• I think it’s fair to say you didn’t read it very well, as there are some factual elements that you chose to ignore, or seem to be unaware of. I addressed one of them in the comments above, and your conspiracy theory about the bike lane being simply to “crassly promote real estate redevelopment schemes” is indicative of the same.

        The people that showed up were the ones that cared enough to support a project that would directly benefit their safety. You can call that a “self-selected” group, but I don’t think it means it can be dismissed. The CAC was packed that night with supporters and it was standing-room only. Actually showing up and voicing an opinion shows a deeper commitment than just writing an article IMHO. Those people that showed up don’t have a monthly column to voice their opinion, so they had to show up and express it in the best public forum they had for speaking directly with the decision-makers.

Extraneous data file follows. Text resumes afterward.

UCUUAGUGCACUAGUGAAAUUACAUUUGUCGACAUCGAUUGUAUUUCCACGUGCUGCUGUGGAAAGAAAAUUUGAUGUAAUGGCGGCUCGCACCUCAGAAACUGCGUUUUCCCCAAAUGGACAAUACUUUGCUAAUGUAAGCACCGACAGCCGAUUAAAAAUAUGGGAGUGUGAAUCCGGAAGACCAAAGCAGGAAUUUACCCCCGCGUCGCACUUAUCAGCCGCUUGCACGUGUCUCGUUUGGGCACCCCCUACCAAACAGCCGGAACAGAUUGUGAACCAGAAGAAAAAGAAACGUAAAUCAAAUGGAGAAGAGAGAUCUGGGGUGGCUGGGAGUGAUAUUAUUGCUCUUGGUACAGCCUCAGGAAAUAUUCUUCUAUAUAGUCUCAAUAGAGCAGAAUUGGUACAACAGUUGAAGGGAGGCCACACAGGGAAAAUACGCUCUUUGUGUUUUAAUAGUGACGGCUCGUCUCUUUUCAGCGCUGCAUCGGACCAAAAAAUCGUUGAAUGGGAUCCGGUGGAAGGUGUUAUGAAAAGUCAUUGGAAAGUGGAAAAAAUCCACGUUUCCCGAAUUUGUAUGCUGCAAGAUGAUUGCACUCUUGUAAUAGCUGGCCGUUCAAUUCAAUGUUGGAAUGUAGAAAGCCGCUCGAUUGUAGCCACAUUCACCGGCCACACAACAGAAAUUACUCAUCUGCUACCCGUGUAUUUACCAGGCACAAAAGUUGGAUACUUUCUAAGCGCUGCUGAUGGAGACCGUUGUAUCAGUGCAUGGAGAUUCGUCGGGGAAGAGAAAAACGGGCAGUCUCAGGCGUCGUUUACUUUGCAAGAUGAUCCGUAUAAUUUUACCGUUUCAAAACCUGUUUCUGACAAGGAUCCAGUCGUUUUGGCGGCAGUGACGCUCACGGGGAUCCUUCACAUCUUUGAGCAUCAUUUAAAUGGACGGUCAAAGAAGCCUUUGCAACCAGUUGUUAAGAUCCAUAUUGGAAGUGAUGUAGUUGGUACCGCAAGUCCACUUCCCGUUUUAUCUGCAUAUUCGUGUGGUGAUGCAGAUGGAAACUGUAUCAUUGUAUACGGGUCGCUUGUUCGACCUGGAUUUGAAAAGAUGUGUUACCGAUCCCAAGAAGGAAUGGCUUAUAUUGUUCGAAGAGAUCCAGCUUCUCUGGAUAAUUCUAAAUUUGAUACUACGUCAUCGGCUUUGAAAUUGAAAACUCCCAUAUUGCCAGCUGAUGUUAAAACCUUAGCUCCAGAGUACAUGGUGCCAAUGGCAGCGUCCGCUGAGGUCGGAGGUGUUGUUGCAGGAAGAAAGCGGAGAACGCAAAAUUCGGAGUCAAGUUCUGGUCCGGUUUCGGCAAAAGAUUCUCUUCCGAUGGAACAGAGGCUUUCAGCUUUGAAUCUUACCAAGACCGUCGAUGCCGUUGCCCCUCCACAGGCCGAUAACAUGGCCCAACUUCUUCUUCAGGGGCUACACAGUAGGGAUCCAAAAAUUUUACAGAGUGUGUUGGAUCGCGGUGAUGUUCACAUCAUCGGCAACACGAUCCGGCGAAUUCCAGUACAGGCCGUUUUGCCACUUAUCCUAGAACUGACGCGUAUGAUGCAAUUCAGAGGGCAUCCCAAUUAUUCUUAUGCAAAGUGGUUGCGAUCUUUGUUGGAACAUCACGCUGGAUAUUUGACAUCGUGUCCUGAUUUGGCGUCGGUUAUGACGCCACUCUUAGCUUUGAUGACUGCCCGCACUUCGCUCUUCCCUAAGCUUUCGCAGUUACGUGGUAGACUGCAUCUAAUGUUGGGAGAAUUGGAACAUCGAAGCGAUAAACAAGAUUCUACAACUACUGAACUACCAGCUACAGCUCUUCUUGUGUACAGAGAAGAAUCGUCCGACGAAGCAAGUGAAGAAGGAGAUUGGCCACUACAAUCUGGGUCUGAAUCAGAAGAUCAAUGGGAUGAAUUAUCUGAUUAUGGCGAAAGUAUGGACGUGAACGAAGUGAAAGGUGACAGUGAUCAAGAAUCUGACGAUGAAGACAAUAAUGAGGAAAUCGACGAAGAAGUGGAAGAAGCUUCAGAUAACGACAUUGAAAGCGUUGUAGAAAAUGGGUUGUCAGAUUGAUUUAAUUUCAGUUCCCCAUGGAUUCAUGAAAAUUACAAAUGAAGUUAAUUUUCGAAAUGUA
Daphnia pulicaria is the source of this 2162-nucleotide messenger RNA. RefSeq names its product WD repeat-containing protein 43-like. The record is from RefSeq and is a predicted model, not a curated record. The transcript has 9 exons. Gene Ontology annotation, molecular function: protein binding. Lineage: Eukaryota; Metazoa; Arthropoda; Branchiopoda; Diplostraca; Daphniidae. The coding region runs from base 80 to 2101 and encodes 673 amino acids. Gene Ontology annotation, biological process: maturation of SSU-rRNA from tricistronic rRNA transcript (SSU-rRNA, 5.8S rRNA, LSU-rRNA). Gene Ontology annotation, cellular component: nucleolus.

• Oh my 6 extra minutes. It may just make life unbearable. Bike lanes are badly needed all over New Orleans and this one is a great route for bicycle commuters through the CBD.

        • ISupportTheBikeLane,

          I think it’s fair to say you wrongly assume ignorance on the part of those who disagree with you, and also tend to make up facts to suit your argument.

          I did not allege a “conspiracy theory.” There’s nothing conspiratorial about it; the city openly acknowledges that the bike lane is driven in part by downtown redevelopment. What I’m pointing out is that the city’s own traffic engineer has opined that it’s a bad idea and that the impact on vehicular traffic is far greater than the city is letting on, suggesting that the city is trying to support redevelopment with this bike lane — that this is why it is using dubious data to support the plan.